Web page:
Your interpretations won’t always match mine and vice versa. I’m sure that all of these folks would remember details of those days that I’ve forgotten or that I interpreted in different ways.
The beautiful thing about listening is just how much it can reveal.
10 Responses to Why Writers Should Eavesdrop Regularly
I miss listening to the conversations of strangers!!!
Yes, I’ve been known to eavesdrop. It’s not usually for story sources, but more for the way people speak. I’ve read too many books with forced, unnatural dialog. A few weeks ago, I pushed myself to the end of a book with an entire case of characters always speaking in full sentences! Who are these people????
When cafes and restaurants reopen, I will sit and “spy” with great pleasure and the try to capture the cadence, vocabulary and grammar of real speakers.
I hope you have a wonderful time doing that.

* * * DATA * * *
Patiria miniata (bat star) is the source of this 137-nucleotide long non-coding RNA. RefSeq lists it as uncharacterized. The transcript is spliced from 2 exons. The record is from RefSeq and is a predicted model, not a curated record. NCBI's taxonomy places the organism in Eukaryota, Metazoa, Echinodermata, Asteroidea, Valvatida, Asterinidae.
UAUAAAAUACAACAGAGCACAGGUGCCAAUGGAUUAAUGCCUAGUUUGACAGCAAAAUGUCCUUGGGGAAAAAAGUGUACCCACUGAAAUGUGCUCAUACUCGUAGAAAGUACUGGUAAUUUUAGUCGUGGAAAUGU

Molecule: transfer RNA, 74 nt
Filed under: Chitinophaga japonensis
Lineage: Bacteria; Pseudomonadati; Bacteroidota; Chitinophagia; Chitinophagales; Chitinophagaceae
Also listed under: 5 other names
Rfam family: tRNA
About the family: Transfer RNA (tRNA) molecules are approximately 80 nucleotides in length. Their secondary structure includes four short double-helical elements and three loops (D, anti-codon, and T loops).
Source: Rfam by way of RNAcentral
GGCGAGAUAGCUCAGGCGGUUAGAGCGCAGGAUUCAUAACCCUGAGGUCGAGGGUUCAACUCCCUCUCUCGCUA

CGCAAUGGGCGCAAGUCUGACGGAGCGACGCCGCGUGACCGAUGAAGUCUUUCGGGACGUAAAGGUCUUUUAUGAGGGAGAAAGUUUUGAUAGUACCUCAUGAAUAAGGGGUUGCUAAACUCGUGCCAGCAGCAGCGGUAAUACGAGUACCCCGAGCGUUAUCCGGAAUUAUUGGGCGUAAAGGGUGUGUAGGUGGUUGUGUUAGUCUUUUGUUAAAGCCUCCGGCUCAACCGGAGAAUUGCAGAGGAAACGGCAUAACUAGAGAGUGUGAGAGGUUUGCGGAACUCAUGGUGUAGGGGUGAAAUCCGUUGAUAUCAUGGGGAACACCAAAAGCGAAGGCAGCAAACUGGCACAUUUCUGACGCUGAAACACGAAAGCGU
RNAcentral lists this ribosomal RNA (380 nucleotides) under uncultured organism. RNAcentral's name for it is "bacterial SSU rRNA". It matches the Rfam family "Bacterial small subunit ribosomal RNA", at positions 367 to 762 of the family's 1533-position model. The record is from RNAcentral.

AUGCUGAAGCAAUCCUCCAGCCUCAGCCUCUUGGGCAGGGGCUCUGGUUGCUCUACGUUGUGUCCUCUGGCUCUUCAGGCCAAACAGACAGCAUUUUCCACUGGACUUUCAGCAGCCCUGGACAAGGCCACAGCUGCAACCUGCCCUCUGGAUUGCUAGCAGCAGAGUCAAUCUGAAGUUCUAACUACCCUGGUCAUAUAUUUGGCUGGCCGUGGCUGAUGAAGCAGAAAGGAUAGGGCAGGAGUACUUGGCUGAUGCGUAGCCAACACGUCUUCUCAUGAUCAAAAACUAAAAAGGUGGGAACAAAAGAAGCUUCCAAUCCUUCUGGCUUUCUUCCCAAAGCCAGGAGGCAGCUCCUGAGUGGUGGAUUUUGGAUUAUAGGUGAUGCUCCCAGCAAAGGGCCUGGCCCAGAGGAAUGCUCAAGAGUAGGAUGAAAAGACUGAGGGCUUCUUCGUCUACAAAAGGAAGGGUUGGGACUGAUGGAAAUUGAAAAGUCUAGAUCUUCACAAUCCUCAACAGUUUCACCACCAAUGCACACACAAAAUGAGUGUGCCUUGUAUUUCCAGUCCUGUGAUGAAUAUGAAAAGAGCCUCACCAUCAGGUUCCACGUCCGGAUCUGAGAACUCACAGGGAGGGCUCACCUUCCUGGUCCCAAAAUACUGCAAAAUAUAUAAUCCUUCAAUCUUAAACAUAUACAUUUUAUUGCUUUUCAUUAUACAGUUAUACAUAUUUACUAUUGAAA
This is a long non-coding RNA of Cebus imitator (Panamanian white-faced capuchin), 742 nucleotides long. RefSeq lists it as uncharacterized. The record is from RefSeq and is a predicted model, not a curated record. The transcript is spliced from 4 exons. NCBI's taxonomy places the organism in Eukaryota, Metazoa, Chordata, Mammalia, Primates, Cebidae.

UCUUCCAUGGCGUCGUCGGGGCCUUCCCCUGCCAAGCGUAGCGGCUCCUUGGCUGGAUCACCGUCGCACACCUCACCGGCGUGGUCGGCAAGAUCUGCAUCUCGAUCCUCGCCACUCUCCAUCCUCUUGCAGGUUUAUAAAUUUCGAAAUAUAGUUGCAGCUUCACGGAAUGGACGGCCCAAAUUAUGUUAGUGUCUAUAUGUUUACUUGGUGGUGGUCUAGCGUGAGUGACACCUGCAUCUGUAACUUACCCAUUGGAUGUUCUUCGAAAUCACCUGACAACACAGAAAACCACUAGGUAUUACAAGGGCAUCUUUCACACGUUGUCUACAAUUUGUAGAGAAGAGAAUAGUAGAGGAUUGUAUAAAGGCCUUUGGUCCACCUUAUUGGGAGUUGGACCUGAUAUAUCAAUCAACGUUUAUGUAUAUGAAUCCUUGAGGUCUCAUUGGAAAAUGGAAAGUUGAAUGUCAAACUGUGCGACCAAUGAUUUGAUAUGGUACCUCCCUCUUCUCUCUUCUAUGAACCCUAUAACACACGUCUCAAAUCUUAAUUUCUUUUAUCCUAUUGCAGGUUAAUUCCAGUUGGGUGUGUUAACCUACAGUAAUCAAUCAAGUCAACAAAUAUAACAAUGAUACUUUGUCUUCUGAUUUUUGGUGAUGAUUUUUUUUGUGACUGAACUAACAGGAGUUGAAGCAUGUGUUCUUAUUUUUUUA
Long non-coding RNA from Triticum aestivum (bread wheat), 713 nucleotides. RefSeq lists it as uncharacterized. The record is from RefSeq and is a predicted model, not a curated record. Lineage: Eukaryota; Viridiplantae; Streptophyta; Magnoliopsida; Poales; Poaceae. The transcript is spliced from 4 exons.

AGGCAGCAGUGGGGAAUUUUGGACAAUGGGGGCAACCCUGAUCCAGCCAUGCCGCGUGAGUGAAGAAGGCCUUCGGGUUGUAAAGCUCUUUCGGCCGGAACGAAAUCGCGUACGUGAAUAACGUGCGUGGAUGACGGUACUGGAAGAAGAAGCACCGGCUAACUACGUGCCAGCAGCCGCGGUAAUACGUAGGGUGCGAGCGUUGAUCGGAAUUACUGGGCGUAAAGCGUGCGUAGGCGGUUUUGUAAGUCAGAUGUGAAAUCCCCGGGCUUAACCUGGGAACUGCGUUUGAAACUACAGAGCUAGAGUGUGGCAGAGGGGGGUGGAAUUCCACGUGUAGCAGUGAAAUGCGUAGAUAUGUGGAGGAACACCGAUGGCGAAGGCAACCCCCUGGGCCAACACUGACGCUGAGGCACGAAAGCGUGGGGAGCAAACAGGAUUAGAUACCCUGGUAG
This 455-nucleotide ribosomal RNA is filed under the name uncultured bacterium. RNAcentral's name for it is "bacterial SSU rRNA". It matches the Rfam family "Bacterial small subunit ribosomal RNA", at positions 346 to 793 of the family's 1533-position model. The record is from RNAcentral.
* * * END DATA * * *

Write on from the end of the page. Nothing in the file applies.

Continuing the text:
And, yeah, nobody speaks in full sentences all the time in real life. 🙂
A number of my best lines some funny, some sad, have come from conversations during meals at college and in the teachers lounge. Makes me sad to be retired. I’d have used this in my social psychology class.
I hope you find a good replacement for it soon.
This really is a good writing tip, thanks!
You’re just full of good posts this week. I’m actually bookmarking this one, because I’ll want to reread it again later. I’ve idly done this exercise in the past, but rarely get to the point of actually writing things down, then or later, instead of just paying attention in the moment. You’ve officially inspired me to follow through next time.
Aww, thanks. What a nice compliment. I hope you have a good time eavesdropping.
I overheard lots of amazing conversations in my days commuting to work on the bus. Some had me in stitches, and others I’d have preferred not to hear. Not that I was deliberately listening in – it’s difficult to ignore when someone is talking loudly on their phone. I agree though, eavesdropping is a good way to understand dialogue.
Yes, it’s definitely hard to avoid hearing loud phone conversations. Have you ever written anything about the things you’ve overheard?